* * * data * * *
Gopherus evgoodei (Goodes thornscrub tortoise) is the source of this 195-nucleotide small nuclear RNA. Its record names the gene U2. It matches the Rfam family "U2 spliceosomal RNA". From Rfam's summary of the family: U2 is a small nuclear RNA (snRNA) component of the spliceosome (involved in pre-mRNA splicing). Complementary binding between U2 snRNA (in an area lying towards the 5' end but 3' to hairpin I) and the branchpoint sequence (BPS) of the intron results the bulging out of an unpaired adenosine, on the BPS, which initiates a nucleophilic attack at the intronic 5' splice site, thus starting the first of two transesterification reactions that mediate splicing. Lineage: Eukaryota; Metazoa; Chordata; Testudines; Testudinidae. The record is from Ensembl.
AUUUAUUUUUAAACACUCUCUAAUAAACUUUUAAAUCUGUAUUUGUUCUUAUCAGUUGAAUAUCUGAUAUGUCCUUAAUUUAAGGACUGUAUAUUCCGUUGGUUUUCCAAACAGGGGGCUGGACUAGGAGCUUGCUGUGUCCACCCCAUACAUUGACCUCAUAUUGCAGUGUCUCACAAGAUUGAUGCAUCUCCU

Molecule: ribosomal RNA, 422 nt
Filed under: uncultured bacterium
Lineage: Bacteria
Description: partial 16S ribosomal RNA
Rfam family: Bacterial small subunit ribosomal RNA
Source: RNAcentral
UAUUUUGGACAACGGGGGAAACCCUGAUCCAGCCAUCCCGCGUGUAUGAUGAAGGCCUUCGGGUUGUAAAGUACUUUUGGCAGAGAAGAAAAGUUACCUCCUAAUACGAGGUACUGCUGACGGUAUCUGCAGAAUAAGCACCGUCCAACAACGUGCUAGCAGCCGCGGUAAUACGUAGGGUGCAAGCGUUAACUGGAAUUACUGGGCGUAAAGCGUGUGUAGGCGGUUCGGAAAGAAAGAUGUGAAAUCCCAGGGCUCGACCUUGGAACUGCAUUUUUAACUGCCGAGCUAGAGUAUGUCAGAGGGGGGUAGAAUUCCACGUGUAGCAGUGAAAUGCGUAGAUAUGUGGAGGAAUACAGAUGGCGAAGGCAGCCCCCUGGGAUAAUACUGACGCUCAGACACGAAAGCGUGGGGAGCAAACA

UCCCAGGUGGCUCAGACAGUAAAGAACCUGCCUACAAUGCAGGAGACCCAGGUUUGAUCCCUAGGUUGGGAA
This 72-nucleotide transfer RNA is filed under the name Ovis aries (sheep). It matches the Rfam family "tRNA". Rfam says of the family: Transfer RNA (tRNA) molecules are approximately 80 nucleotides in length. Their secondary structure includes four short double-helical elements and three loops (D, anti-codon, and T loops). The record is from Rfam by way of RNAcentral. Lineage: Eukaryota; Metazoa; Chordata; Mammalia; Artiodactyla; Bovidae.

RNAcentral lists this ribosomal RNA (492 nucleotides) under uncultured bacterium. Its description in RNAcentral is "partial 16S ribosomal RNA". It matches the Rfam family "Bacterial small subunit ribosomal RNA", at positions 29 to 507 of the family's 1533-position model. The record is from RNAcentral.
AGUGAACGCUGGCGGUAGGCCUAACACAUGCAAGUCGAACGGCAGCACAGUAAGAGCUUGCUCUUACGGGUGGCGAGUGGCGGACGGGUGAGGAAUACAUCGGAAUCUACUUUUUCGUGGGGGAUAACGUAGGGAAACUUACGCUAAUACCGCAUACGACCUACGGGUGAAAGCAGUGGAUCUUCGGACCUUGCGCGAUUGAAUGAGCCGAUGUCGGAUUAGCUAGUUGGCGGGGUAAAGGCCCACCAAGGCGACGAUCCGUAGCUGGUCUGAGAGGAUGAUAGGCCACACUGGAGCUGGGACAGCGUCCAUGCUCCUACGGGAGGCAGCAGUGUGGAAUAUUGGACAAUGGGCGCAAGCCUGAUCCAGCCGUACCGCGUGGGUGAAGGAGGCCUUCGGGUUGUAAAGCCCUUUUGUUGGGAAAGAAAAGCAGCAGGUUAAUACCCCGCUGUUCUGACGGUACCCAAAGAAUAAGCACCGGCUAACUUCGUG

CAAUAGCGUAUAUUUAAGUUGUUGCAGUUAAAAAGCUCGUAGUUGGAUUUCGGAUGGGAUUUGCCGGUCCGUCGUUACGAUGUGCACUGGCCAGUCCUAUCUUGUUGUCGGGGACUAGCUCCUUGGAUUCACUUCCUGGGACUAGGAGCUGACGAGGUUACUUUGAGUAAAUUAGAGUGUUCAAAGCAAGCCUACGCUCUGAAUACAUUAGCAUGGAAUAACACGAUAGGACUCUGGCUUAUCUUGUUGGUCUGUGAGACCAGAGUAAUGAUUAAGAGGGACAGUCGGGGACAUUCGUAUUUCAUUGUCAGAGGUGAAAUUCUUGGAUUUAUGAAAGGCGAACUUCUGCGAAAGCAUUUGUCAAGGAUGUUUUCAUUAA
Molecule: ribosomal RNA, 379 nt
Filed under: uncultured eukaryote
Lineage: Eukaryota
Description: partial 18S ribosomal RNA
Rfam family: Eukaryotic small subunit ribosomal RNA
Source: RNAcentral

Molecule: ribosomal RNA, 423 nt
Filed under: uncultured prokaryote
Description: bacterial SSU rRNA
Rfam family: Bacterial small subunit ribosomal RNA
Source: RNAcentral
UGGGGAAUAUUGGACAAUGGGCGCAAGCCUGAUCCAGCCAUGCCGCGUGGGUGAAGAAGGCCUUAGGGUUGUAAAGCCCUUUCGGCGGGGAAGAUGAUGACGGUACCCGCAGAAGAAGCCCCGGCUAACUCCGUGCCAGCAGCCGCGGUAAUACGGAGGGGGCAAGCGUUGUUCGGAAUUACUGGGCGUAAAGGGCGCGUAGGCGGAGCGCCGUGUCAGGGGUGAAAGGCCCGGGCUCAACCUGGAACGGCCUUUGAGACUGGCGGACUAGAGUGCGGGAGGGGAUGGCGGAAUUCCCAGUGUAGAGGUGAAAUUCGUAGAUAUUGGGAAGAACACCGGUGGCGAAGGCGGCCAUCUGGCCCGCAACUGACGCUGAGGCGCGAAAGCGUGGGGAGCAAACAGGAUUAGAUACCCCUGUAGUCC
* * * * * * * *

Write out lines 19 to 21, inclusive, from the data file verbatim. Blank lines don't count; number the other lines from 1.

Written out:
Rfam family: Eukaryotic small subunit ribosomal RNA
Source: RNAcentral

Molecule: ribosomal RNA, 423 nt